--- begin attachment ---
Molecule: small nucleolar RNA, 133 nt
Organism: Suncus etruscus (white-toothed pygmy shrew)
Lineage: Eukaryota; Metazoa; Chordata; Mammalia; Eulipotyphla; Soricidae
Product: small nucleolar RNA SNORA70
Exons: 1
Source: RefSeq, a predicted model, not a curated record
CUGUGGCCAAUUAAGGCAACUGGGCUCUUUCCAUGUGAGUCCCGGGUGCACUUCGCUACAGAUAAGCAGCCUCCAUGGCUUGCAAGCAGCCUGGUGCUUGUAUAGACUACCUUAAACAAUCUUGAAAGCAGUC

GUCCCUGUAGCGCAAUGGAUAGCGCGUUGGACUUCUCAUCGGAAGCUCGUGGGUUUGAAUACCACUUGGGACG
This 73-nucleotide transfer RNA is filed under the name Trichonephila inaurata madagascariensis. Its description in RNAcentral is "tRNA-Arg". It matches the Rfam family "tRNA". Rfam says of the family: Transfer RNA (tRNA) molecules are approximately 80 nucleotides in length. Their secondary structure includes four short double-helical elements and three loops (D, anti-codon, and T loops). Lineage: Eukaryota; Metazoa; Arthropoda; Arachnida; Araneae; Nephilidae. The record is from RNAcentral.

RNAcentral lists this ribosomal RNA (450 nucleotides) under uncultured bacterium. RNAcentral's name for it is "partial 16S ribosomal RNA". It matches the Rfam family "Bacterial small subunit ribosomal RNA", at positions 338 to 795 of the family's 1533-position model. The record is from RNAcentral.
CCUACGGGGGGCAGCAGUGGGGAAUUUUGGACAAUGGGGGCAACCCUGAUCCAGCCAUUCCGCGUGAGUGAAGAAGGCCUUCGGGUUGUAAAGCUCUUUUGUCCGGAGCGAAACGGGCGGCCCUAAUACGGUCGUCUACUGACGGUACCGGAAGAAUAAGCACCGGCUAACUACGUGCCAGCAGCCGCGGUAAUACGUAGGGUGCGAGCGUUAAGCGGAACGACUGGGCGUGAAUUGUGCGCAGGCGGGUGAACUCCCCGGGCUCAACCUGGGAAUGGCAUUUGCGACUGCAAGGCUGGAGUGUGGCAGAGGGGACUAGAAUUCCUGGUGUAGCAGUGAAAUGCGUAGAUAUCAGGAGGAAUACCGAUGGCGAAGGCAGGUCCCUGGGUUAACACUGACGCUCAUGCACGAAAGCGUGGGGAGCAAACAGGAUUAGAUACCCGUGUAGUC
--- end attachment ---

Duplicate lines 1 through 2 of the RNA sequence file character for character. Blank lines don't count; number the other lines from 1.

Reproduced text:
Molecule: small nucleolar RNA, 133 nt
Organism: Suncus etruscus (white-toothed pygmy shrew)